November 19, 2015 marked the opening of Lalaport Expocity, a shopping complex built on the grounds of 1970’s Osaka Expo. One of the most awaited attractions there was the Pokemon Expo Gym—just hearing about it was enough to get Pokemon fans all over the world excited! This writer was able to visit the Pokemon gym just a few days after it opened, and as for the question of whether it was worth it—well, why don’t you read on and decide for yourself?
The first thing to know is that if you’re expecting a Pokemon gym akin to those in the game and anime, wherein you battle gym leaders to get badges, you might want to rid yourself of that expectation. Nope, there are no battles or tournaments whatsoever, so if you wanna be the very best, like no one ever was… well, you might be disappointed. It’s also not a gym in the typical sense of the word, wherein you get a good workout (although there is at least one attraction that could count as exercise), either.
Instead, think of it as a cross between an arcade and an interactive theater—one that is largely kid-oriented. Pokemon may have a fanbase that spans different age groups, but in Japan, its marketing is still predominantly geared towards kids. As such, the Pokemon gym is no different, and it might be too kiddie for some adult fans’ tastes. It is quite telling that most visitors to the gym were kids. Many adults were companions to children, but don’t worry—there were also some adults who weren’t there as kids’ guardians, and they weren’t given odd looks or anything of that sort. As long as you aren’t disruptive, no one will give you hell for being an adult in the Pokemon gym.
First-time visitors have to purchase a card for 500 yen. This card, which is valid for a year, can then be charged with credits. There are two types of attractions in the gym: theater-type (600 yen each) and arcade-type (400 yen each). These aren’t the official classifications of these attractions, but those pretty much describe their nature. It’s also worth mentioning that while attraction titles have English translations, all attractions are in Japanese, and the staff are friendly and helpful, but not fluent in English. While instructions for the arcade-type attractions can be demonstrated via body language, the theater-type attractions are interactive. This writer could get by with conversation-level Japanese, so she wouldn’t know if any adjustments would be made for non-Japanese speakers, but it doesn’t seem very likely. Since this gym is for kids, after all, the dialogue in these attractions is nothing too complicated, so if your Japanese level is approximately similar to that of a sixth-grader, you should be fine.
As of this writing, the attractions are:
Theater-type (no photos and videos allowed in here!):
- Charizard’s Battle Colosseum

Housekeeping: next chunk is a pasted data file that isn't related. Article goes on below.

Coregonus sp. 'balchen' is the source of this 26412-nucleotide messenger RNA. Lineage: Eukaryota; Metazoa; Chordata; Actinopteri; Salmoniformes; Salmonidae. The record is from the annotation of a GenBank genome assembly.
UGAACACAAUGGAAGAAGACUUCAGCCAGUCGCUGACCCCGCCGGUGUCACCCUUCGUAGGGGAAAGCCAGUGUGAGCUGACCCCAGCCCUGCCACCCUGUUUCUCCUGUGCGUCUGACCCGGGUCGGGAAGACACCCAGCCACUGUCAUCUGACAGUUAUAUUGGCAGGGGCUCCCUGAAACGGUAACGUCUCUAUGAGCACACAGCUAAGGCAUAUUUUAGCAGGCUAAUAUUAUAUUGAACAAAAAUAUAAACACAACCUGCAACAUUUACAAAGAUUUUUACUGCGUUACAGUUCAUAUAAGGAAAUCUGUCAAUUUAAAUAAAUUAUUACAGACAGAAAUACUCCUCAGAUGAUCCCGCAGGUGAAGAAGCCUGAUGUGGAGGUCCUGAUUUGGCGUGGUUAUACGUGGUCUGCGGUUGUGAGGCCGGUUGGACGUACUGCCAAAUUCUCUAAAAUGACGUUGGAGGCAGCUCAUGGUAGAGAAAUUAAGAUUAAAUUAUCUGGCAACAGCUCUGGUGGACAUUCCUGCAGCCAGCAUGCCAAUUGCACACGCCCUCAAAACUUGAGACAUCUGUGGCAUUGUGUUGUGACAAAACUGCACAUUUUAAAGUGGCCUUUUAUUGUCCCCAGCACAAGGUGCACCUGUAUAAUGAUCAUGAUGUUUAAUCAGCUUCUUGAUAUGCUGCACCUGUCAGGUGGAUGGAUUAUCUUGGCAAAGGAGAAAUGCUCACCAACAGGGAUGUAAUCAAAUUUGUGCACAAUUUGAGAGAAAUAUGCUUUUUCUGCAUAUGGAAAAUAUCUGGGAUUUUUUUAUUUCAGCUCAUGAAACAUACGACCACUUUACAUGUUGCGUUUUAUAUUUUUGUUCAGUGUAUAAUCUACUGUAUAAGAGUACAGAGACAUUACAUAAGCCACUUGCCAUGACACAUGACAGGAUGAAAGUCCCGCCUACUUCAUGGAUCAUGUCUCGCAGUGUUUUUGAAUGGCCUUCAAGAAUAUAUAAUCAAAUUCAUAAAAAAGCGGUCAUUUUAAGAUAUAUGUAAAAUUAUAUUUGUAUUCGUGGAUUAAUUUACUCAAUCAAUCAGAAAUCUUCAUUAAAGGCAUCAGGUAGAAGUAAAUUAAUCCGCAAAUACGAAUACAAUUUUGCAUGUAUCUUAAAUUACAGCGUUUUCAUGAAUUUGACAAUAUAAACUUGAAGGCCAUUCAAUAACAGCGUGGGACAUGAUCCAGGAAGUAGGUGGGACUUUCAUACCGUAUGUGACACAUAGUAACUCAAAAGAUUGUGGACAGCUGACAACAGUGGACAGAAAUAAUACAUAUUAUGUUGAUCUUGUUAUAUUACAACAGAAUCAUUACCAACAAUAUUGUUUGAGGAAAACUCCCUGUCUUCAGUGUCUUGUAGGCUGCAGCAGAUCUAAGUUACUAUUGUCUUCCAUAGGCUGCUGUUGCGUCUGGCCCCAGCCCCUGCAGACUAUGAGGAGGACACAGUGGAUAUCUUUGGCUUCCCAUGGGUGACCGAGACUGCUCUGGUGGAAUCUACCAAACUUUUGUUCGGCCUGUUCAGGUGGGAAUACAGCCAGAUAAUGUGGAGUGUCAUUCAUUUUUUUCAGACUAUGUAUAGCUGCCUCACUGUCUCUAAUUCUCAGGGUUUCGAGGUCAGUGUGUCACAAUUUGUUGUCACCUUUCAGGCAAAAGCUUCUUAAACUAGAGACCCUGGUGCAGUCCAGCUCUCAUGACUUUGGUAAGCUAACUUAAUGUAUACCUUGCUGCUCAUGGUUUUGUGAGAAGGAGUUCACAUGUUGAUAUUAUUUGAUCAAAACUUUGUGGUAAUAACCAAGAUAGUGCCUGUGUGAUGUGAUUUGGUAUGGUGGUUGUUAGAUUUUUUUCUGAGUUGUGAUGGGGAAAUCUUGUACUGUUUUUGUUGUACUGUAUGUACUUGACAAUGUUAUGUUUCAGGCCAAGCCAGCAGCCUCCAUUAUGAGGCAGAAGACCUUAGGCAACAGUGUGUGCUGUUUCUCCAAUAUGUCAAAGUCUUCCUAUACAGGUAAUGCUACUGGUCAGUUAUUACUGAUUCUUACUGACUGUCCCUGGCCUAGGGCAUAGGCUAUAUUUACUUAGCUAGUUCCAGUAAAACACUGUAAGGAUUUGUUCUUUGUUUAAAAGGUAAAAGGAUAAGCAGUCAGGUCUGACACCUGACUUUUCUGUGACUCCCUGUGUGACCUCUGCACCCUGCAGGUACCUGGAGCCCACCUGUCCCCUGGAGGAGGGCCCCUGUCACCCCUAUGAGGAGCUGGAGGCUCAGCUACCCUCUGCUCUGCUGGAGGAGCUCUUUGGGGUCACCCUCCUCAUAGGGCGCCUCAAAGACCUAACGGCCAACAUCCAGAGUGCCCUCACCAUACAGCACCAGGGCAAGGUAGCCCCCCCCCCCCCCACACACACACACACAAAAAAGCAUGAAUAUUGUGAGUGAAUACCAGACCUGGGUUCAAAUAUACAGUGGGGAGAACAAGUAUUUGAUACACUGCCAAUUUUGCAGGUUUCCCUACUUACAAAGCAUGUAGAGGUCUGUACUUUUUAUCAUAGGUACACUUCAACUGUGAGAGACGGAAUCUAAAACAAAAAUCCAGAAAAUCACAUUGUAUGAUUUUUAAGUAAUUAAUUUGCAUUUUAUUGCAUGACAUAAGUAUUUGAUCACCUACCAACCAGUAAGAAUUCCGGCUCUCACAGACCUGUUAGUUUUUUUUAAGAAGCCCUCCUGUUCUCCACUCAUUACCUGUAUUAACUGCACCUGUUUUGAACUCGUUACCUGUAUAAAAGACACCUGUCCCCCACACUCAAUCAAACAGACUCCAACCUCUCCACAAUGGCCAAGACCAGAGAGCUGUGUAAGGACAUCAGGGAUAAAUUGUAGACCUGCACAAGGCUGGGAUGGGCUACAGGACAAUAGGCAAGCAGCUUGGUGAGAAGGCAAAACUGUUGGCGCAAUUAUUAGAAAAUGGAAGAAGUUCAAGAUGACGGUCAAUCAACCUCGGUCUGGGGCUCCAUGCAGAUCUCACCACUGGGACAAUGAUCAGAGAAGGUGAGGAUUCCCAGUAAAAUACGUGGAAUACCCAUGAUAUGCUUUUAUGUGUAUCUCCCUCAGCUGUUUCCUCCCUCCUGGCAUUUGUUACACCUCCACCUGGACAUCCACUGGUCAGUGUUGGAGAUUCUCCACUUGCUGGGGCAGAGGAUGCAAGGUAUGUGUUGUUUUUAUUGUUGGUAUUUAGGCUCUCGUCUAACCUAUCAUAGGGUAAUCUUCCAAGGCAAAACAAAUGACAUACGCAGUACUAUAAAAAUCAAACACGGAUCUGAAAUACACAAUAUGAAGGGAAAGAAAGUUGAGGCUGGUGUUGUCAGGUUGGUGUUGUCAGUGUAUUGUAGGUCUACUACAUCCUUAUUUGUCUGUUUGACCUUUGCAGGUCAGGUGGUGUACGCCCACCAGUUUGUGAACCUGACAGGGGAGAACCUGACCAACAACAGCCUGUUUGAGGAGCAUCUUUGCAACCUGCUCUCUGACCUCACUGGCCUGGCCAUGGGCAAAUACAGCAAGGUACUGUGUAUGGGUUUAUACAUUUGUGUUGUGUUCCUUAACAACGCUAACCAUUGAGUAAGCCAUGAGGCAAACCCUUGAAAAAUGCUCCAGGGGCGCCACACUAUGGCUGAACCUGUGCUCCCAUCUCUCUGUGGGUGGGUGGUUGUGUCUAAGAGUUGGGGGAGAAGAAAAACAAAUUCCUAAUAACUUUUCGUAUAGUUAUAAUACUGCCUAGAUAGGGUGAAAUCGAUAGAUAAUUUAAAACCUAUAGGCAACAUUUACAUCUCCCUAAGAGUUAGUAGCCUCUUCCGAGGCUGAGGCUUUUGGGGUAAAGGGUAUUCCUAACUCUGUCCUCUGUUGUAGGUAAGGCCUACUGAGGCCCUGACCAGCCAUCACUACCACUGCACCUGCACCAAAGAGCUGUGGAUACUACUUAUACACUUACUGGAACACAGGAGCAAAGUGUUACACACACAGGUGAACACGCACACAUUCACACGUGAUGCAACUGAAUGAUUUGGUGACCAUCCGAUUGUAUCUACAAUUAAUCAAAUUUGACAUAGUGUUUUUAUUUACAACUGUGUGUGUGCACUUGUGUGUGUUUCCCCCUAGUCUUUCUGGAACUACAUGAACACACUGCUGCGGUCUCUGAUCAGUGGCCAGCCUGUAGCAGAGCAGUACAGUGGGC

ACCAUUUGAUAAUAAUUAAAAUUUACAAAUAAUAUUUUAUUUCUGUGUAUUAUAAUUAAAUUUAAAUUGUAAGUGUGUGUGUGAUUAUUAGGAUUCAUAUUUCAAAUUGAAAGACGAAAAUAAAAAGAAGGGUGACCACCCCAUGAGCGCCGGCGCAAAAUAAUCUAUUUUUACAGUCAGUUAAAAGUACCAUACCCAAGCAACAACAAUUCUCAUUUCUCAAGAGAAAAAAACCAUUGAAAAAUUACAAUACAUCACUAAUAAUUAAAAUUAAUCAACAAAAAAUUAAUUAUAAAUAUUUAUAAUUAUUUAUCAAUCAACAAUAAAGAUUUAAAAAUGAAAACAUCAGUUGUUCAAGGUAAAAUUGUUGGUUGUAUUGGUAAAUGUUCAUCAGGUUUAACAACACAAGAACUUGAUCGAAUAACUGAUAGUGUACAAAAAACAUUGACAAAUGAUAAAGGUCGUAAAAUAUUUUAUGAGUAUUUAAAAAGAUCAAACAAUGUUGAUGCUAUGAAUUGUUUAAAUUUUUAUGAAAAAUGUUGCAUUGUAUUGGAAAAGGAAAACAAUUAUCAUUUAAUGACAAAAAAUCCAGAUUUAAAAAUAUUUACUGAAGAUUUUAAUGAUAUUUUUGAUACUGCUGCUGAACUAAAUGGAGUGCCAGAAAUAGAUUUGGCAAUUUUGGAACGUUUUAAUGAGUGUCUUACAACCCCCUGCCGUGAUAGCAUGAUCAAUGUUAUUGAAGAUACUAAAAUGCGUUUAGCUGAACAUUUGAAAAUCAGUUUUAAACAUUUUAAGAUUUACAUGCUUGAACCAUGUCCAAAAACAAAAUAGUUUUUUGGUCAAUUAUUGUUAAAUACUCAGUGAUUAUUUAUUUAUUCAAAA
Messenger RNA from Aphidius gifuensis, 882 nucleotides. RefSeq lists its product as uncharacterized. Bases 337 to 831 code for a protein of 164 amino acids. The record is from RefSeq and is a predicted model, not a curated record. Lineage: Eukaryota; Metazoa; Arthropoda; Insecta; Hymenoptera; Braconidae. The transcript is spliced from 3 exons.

- Smerargle’s Audition Studio
- Machamp’s Counseling Room
- Zoroark’s Slick Dojo
- Macho J’s Pokemon Boxercise
- Gardevoir’s Investigation Headquarters
- Pokemon Battle Bowling
A word of caution: if you’re to check out everything, be prepared to spend 3,600 yen (make that 4,100 yen in total if you’re a first-timer).
This author checked out all but Charizard’s Battle Colosseum, Zoroark’s Slick Dojo, and Pokemon Battle Bowling. For the theater attractions, the premise is pretty much similar: you get to talk to Pokemon and do a few things with them. In Smeargle’s Audition Studio, we in the audience had to show some simple dance moves, and some kids were picked to dance on stage at Smeargle’s encouragement. In Machamp’s Counseling Room, we learned to punch like Machamp, and he asked each audience member (we were very few at that time) to name something he/she had worked very hard on, which was followed by some encouraging words. As for the arcade attractions, Macho J’s Pokemon Boxercise is like Dance Dance Revolution, except with your fists (and occasionally, your whole body, e.g. doing squats and jumping); Gardevoir’s Investigation Headquarters involves finding as many similar Pokemon (e.g. all Slowpokes or all evolutions of Eevee) as you can throughout different on-screen areas to foil the villain’s plans; and Pokemon Battle Bowling is a 2-player game that entails moving your body as if you were a bowling pin. If you arrive solo, note that the staff won’t find a random person to pair you with (plus, you might not even find a partner if there aren’t many people!).
Also of interest are the augmented reality (AR) hotspots around the gym, which work with the gym’s app, Pokemon Expo Gym Gear (available for both iOS and Android). Perhaps you’ve heard of the AR Pokemon game coming out in 2016. Well, this app isn’t it, but perhaps it could at least give you an idea of things to come. Of course, there’s also a souvenir shop where you can buy official Pokemon merchandise, including a few that are exclusive to this gym. If you’re hungry or thirsty, you can buy some Pokemon-themed food as well.
While this author was expecting more attractions and was hoping that it’d be something like a Pokemon theme park, she thinks that if you have the time and money to spare, and are a Pokemon fan, it’s worth visiting—even if it’s just once—for the novelty and experience. (She wouldn’t be so sure about visiting again, though.) However, for sure, some may feel differently. With this article in mind, you can probably answer the question of, “Is it worth visiting?” yourself.
|Name:||Pokemon Expo Gym|
|Pricing info:||500 yen charge card for first-timers + 400 or 600 yen per attraction|
|Address:||2-1 Senribampaku-koen, Suita City, Osaka|
|Access:||Bampaku-kinen-koen Station on the Osaka Monorail|
(Link in Japanese)
|Business hours:||9:30 am-9:00 pm|